Another thing to consider, if you've got tiles or terra-clips, and you've read the module carefully, you don't really need to worry about re-creating the exact map. You can restructure things so long as you keep the same 'beats', and don't forget to include anything that the PCs need to succeed. Lastly, be prepared to improvise, as the PCs may interact with their new environment that the AP designers (and GM) didn't expect.

I want to thank you and the others for the help. For now I think I'll try a mix of the two, doing my best to create 3-D structures that make an impression and use print-outs of the more intricate, irregular maps. If I had the time, the patience, and a robo-cutter, I'd probably try the Terrainlinx card stock models WWG does, but for now I'll have to be content with simpler 3-D structures and flat maps.

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I'm just happy that characters like the Stag Lord might finally get the plastic mini treatment. I have no skill with painting miniatures.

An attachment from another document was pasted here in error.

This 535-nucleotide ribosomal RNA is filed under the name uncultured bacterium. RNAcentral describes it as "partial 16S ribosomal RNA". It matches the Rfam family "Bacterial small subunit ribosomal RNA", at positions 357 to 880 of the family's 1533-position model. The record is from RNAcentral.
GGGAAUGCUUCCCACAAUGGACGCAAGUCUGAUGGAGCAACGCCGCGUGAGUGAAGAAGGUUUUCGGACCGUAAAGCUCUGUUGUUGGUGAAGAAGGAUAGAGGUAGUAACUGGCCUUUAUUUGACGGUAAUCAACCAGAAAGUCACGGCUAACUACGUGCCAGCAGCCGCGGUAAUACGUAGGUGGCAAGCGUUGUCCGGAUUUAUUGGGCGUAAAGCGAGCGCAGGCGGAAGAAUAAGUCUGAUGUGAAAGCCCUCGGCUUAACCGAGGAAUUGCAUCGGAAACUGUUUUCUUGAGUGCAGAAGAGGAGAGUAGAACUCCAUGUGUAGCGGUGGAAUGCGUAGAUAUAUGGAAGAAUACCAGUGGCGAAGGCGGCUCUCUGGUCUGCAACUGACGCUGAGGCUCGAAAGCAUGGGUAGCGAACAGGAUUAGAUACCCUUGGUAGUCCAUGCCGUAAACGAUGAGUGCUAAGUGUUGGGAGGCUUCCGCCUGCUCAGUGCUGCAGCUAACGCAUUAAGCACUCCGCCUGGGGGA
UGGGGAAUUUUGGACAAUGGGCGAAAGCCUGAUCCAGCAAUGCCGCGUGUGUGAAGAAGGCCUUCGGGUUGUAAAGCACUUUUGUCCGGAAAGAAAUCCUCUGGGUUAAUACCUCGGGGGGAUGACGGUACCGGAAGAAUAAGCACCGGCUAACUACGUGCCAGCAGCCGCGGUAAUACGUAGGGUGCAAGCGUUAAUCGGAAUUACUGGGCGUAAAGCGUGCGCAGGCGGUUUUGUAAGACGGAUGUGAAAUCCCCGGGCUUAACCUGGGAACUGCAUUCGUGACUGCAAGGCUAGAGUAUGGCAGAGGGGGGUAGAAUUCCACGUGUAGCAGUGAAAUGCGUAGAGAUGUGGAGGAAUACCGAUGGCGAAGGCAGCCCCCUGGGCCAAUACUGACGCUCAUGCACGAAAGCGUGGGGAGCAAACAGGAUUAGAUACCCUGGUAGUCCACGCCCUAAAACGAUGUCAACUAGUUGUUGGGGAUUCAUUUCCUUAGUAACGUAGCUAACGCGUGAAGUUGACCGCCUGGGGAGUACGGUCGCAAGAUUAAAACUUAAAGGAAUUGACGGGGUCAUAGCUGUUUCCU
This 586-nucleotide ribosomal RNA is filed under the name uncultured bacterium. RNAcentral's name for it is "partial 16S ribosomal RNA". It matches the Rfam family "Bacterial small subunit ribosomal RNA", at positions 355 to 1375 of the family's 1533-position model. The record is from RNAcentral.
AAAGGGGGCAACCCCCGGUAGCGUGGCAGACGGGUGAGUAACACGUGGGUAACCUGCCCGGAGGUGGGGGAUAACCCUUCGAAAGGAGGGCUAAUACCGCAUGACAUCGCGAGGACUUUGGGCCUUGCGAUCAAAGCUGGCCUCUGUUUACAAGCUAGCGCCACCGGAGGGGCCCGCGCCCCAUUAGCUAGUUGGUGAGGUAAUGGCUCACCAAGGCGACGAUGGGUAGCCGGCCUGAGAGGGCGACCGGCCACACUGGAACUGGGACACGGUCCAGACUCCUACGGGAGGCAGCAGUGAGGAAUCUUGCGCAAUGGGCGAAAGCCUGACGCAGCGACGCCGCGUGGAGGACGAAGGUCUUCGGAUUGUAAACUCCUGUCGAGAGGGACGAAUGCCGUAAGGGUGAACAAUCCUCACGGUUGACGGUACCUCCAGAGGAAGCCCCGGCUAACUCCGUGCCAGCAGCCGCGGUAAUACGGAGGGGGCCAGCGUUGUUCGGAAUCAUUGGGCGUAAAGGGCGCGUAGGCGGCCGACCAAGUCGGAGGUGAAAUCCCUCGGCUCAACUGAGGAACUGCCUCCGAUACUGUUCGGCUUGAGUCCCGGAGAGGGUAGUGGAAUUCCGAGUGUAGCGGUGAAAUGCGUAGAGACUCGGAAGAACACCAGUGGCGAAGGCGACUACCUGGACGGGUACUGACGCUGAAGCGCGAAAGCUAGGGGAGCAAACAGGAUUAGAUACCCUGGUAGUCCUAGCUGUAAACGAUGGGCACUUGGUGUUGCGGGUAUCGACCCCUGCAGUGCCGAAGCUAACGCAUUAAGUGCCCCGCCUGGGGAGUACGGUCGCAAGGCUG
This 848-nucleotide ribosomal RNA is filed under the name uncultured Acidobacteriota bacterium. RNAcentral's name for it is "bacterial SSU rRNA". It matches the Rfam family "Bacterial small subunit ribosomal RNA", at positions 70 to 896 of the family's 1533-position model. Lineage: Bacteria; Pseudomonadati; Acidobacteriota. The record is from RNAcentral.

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Sean K Reynolds wrote:

They = "bioconstruct upgrades," not they = "constructs."

Constructs are crittable in the PFRPG, and the bioconstruct upgrade does not change that--having the upgrade means a critical hit has an additional effect (one upgrade destroyed) in addition to the standard effect of a crit (extra damage).

Thank you. I appreciate the clarification.

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26 pages of people arguing about whether or not randomized minatures are a good business model, wow.

I almost feel like actually discussing the product itself would be out of place by this point, but has there been any announcement of which monsters and characters will make it into this set?

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One of the things I love most about Paizo Adventure Paths are the maps. They're always interesting and atmospheric... which is why I don't want to just draw a sloppy approximation of them with dry-erase markets. For my upcoming Kingmaker game, I want to do something really special.